Erectile dysfunction (ED) - or impotence - is when a man has trouble either getting or maintaining an erection. It's extremely common, with up to half of 40-70 year olds experiencing it to some degree.
Despite this, many men find it difficult to talk about and so suffer in silence, not wanting to bother their GP. The fact that Viagra® is now easily accessible online or over the counter without a prescription means many self-treat without support. But what most don't realise is that such behaviour could spell bad news for their heart.
Erectile dysfunction reasons
Erections happen when two sponge-like chambers in the penis, called the corpora cavernosa, become engorged with blood. Problems with this process are the leading cause of erectile dysfunction. And now a growing body of evidence states that impotence can predict heart disease.
ED can happen for a variety of reasons. Most men occasionally experience problems 'getting it up' but this doesn't necessarily mean there's a problem. For instance, it might occur after drinking alcohol or when you are tired or stressed.
More prolonged erection problems could be a sign of an underlying issue. The cause could be psychological or physical and sometimes certain medication may also contribute. Physical causes are more common, being responsible for 8 out of 10 cases of ED.
A good way of distinguishing between psychological and physical causes is to see if you are still getting night-time or morning erections. If you are, it points to it being psychological. Impotence associated with poor mental health also tends to come on more gradually, and can also be associated with problems such as premature or delayed ejaculation.
- Psychosexual factors - relationship issues, lack of arousability, previous bad sexual experiences or sexual abuse.
- Psychiatric conditions such as anxiety or depression.
- Conditions that affect the blood flow to the penis, such as diabetes, cardiovascular disease and high cholesterol. These can lead to atherosclerosis (a build-up of a fatty limescale) in the blood vessels of the penis.
- Neurological conditions such as stroke, multiple sclerosis, Parkinson's disease and spinal injuries.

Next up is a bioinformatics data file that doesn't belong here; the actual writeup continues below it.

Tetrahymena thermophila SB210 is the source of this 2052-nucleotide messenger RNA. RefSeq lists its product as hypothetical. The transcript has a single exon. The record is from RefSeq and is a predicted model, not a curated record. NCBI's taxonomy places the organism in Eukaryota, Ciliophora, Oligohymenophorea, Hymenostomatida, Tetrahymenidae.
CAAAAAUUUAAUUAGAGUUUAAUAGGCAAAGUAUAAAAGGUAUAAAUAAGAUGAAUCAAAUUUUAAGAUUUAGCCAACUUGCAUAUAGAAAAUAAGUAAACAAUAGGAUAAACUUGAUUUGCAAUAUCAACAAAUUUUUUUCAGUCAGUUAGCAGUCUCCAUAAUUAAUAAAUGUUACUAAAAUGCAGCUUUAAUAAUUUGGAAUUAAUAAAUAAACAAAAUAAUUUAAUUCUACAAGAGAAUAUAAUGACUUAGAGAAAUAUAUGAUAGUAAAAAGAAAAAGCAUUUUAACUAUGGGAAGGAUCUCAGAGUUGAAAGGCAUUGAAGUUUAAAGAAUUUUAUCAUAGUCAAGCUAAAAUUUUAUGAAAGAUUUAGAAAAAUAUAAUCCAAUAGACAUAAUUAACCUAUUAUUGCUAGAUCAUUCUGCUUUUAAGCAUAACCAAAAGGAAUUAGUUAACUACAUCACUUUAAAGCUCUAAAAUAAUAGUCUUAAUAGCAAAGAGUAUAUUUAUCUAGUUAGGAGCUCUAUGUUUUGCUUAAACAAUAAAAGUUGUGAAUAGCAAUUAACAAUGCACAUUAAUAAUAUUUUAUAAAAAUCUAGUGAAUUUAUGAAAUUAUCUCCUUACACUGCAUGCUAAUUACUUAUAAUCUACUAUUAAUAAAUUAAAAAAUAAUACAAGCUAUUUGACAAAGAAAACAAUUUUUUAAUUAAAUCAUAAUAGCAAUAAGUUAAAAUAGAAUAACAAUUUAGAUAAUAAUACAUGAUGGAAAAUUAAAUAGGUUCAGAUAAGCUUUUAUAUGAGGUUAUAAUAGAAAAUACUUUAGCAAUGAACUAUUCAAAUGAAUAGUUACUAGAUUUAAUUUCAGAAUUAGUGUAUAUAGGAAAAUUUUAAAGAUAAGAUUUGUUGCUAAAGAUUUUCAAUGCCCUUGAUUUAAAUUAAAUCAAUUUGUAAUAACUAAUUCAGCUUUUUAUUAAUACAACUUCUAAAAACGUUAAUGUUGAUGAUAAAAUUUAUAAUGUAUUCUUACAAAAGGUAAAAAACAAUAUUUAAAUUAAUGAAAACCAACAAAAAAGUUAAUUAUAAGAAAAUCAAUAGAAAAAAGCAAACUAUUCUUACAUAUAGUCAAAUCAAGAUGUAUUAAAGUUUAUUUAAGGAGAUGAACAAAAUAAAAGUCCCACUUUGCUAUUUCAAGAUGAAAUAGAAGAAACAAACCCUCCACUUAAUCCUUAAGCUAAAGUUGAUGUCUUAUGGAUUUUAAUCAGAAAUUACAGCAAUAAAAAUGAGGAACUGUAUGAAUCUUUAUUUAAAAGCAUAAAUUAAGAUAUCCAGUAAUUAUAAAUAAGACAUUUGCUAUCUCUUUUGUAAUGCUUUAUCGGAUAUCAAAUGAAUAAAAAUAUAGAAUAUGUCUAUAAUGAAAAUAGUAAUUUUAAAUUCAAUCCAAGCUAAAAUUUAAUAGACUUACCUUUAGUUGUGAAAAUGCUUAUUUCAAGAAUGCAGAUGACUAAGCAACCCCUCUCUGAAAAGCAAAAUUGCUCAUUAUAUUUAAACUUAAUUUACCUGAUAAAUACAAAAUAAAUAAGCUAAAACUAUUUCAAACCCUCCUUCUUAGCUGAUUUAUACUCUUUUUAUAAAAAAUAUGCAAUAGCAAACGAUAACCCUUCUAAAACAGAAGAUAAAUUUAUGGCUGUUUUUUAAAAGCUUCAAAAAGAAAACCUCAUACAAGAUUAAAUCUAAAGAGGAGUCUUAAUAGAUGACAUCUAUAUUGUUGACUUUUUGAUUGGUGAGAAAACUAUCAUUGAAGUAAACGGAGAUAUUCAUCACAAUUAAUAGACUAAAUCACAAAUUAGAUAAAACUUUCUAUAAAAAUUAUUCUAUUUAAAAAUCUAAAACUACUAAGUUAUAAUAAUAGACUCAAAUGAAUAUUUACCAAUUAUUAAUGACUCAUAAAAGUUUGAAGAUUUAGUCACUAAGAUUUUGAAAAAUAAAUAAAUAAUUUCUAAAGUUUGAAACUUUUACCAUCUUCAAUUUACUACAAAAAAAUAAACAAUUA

- Hormonal imbalances, such as thyroid disease or low testosterone levels.
- Complications from surgery, such as prostate surgery.
- Anatomical problems, such as Peyronie's disease.
Recreational drug use and alcohol can also lead to ED. Prescribed medication such as certain blood pressure medication, antidepressants and antipsychotics can also contribute. If you think your medication could be the cause, discuss this with your GP.
In 2006, the late cardiologist Graham Jackson stated in a paper published in European Heart Journal: "A man with erectile dysfunction and no cardiac symptoms is a cardiac patient until proven otherwise."
Since then, more and more studies have pointed to a link between ED and the development of cardiovascular disease such as heart attacks and strokes.
"So if you're experiencing problems with erectile dysfunction we'd advise you book an appointment with your doctor, as it is important that if it is caused by an underlying medical condition, it is detected early," adds Allen.
Age is also important. The younger men are (especially those <50 years), the more likely it is that that ED could be a sign of heart disease. Severity should also be considered; the worse the ED, the greater the impact on your heart.
Heart disease is a leading cause of death in men. Men who come to their GP with ED should have a cardiovascular risk assessment. This includes checking your weight, blood pressure and smoking status as well as arranging some blood tests.
Keep it up
Your doctor will aim to treat the cause of your ED. The first step is speaking to your GP so they can get you the help you need.
Maintaining a healthy lifestyle is a really important part of both ED prevention and treatment. Keeping physically active, maintaining a healthy weight, avoiding smoking and excessive alcohol consumption can all help to keep ED at bay and improve symptoms if it does develop. This will also have a positive impact on your overall well-being, including your heart health.
Several treatments are available to help treat ED, either through your GP or through a specialist referral to a urologist. These include tablets, creams, injections and vacuum pumps. Speak to your GP about the right option for you.
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